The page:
In this study 78.5% (223/284) of 7–8 y olds had persisting antibodies to HBV surface antigen (anti-HBs) levels ≥6.2 mIU/mL (seropositive) and 72.2% (205/284) had anti-HBs levels ≥10 mIU/mL (seroprotected). One month after the challenge dose, 98.9% (259/262) of children had anti-HBs ≥10 mIU/mL and 95.8% (251/262) had anti-HBs levels ≥100 mIU/mL (Table 1).
An anamnestic response to the HBV vaccine challenge (defined as a 4-fold or greater increase in the post-challenge anti-HBs antibody concentration in subjects who were seropositive prior to the challenge dose—or a post-challenge anti-HBs antibody concentration ≥10 mIU/mL in initially seronegative subjects) was observed in 96.6% (253/262) of subjects overall (Table 2). The anti-HBs antibody geometric mean antibody concentration (GMC) increased by 132-fold compared with pre-challenge concentrations.
Sixty-one children had undetectable pre-challenge anti-HBs antibodies (<6.2 mIU/mL; i.e., seronegative, Table 1). Of the 58 who had post-challenge results, 55 (94.8%) reached the 10 mIU/mL cut off after the challenge dose (an anamnestic response). Eighteen children had anti-HBs 6.2- <10 mIU/mL) before the challenge dose. Of the 15 subjects with post-challenge results, all recorded anti-HBs concentrations ≥10 mIU/mL after the challenge dose.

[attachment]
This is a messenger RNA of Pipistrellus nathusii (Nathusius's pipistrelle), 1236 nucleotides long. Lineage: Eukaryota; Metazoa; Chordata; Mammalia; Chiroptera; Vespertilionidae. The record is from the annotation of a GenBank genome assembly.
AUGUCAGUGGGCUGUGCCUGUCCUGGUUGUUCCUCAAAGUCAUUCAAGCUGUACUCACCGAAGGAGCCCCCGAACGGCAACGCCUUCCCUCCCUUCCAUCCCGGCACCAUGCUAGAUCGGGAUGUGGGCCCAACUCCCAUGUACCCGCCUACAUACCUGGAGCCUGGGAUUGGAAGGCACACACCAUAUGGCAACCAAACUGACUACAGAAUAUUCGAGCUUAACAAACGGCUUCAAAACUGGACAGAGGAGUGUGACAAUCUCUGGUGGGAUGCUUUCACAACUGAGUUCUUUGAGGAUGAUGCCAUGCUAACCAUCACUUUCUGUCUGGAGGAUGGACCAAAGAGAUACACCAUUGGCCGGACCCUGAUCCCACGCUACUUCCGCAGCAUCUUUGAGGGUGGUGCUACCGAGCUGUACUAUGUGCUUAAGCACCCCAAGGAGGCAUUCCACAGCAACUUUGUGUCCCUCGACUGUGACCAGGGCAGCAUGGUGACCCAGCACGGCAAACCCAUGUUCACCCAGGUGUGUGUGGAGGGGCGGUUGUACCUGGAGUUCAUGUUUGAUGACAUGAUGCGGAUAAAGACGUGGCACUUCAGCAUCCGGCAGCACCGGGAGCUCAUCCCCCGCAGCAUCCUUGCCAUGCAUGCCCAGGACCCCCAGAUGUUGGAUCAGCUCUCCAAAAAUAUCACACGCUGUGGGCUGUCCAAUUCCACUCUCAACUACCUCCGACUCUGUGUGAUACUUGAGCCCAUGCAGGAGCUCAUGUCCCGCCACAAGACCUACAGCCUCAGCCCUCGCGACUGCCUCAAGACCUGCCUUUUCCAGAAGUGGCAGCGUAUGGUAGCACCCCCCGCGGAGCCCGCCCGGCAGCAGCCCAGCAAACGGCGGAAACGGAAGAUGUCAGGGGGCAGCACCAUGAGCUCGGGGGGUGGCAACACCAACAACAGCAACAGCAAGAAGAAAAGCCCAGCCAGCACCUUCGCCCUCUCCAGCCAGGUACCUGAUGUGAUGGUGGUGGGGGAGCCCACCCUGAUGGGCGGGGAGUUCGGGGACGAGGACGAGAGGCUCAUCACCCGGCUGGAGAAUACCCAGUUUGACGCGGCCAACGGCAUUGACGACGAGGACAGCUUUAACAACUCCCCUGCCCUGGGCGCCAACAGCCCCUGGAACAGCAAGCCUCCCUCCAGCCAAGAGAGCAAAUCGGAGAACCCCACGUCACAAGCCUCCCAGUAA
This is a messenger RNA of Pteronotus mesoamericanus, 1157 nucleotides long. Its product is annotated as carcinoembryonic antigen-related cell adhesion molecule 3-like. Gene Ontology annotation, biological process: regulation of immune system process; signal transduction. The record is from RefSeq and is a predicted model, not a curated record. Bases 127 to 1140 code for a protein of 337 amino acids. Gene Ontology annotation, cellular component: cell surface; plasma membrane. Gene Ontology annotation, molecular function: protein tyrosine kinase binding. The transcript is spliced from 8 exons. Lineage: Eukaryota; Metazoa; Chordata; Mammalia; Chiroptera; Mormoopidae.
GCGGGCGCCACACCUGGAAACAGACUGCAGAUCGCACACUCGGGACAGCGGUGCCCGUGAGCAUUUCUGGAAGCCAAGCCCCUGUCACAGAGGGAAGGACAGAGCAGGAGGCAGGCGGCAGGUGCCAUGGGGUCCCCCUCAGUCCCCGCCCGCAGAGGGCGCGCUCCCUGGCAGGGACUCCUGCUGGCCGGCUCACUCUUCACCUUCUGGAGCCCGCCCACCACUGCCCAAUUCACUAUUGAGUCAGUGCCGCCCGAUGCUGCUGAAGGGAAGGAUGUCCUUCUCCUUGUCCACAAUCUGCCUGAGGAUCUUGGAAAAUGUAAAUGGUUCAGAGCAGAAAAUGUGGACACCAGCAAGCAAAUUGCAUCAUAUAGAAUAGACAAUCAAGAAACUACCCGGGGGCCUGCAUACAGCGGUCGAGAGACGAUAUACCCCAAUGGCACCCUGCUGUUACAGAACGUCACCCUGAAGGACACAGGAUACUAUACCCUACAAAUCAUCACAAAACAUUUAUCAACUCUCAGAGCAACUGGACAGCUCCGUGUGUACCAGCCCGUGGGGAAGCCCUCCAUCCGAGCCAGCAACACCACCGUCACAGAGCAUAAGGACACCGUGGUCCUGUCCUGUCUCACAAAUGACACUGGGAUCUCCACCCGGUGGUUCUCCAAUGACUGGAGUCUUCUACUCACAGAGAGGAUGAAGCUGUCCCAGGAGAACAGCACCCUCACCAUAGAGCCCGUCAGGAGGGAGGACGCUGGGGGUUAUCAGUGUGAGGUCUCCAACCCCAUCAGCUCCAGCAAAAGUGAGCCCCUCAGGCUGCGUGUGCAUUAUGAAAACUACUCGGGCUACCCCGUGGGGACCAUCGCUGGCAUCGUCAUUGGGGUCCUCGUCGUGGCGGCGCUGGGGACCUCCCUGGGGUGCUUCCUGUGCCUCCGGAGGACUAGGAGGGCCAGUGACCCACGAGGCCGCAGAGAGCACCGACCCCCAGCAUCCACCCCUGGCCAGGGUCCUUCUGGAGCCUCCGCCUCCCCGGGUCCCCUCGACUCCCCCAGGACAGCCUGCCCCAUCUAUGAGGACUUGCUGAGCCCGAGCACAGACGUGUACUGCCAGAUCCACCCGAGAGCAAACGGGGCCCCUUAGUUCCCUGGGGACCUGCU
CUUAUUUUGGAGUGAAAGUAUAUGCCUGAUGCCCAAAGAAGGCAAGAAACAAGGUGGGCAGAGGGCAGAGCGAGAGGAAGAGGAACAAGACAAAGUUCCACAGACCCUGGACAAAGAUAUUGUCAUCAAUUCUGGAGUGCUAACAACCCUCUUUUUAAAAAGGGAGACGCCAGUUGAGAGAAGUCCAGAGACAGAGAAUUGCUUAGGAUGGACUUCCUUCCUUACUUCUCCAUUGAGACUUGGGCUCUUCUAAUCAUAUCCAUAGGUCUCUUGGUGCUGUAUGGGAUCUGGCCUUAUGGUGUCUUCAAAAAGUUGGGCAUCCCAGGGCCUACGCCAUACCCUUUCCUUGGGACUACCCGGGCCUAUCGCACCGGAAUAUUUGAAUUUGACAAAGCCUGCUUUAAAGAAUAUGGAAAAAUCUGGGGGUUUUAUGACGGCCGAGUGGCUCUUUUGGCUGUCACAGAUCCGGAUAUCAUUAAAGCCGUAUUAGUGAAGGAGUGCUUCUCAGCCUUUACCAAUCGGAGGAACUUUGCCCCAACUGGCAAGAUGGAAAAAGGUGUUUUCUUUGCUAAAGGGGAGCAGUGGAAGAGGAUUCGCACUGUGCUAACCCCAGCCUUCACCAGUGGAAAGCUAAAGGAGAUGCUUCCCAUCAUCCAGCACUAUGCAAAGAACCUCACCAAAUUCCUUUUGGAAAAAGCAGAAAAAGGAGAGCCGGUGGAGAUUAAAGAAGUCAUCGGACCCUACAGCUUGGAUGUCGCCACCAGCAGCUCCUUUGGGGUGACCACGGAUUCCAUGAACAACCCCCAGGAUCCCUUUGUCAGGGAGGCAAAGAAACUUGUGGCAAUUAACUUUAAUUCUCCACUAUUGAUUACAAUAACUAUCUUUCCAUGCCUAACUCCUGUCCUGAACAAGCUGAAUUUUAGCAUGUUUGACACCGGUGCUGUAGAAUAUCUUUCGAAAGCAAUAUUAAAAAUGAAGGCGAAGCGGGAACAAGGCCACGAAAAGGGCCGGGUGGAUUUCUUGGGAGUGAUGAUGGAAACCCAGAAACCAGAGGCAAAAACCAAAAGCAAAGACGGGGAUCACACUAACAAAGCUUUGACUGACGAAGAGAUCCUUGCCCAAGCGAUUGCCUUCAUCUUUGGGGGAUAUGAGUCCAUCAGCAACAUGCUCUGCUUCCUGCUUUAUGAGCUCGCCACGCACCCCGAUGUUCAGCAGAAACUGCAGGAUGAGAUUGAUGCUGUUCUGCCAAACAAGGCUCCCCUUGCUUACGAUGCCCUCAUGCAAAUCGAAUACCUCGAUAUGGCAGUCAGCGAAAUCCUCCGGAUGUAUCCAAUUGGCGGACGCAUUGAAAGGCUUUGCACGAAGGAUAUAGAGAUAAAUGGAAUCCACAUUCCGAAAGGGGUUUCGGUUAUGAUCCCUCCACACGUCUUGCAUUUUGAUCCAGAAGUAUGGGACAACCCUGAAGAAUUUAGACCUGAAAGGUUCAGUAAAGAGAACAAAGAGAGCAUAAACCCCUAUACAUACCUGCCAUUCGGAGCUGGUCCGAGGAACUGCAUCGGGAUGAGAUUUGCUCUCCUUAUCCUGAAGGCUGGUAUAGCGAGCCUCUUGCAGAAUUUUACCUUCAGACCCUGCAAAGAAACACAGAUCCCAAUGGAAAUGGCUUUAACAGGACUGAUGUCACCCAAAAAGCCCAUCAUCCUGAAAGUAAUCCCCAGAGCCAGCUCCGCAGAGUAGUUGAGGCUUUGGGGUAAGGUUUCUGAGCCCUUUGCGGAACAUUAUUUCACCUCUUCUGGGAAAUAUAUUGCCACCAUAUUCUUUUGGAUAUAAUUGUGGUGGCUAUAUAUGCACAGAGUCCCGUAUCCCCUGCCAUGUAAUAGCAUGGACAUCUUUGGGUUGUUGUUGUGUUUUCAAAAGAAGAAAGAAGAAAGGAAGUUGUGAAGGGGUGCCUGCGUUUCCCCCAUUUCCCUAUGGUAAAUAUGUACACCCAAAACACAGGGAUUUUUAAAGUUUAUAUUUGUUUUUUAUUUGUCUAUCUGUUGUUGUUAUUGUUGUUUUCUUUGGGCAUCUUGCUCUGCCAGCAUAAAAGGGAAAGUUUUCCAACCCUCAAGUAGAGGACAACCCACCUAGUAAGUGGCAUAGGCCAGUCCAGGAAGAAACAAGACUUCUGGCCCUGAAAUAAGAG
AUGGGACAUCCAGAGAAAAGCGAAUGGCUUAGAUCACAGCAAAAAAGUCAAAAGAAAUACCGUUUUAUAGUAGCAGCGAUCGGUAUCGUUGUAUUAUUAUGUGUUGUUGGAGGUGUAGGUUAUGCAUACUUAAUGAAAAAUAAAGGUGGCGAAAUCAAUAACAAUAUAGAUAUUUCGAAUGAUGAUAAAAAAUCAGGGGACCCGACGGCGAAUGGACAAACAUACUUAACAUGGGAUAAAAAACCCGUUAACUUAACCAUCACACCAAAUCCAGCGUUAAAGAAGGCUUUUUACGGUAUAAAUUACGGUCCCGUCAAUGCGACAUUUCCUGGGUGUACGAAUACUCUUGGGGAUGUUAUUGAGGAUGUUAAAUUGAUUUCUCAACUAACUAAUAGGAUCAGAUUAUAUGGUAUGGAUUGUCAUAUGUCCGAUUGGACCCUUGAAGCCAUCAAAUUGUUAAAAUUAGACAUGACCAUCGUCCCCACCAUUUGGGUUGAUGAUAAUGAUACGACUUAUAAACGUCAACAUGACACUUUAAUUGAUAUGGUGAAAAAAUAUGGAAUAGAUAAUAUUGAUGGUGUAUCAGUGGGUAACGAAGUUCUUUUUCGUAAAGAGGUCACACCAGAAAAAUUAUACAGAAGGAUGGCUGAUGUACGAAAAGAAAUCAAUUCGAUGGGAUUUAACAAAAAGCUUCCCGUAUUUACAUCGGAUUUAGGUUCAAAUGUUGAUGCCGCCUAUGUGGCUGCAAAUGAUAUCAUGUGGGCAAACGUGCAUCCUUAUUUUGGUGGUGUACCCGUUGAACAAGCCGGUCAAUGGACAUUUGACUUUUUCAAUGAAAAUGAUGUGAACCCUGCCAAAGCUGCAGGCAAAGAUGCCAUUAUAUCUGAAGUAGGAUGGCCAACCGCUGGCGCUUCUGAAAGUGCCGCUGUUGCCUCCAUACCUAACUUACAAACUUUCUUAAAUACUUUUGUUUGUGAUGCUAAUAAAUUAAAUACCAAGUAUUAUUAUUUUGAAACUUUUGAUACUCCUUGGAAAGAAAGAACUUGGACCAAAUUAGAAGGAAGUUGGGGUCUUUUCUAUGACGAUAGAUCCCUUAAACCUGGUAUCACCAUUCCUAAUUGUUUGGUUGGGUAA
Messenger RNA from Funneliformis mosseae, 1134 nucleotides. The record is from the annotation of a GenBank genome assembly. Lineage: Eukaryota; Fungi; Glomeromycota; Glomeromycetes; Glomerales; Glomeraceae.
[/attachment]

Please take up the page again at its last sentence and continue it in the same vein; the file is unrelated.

About 50% of the variation in response variable (post-challenge dose results) is explained by the pre-challenge dose results (Fig. 1, R2 0.5093).
Within 4 d (Day 0–3) of vaccination with monovalent HBV, pain was reported by 30.6% (95% confidence interval [CI]: 25.4%; 36.2%) of subjects, redness by 28.3% (95% CI: 23.2%; 33.8%), and swelling by 16.5% (95% CI: 12.5%; 21.2%) of subjects. Fatigue, gastrointestinal symptoms, headache, and fever were reported by 12.5% (95% CI: 8.9%; 16.8%), 9.1% (95% CI: 6.1%; 13.0%), 12.1% (95% CI: 8.6%; 16.4%), and 4.7% (95% CI: 2.6%; 7.8%) of subjects, respectively. Solicited symptoms of grade 3 intensity were reported by 1.7% of subjects or fewer. One unsolicited adverse event (injection site hematoma) reported within 31 d after vaccination was considered by the investigator to be related to vaccination. Three serious adverse events reported in 2 children occurred during the study—one subject had an allergic reaction 15 d after vaccination, one subject experienced Lyme disease and facial palsy that began 39 d after vaccination. None of the serious adverse events were considered by the investigator to be vaccine related, and all resolved.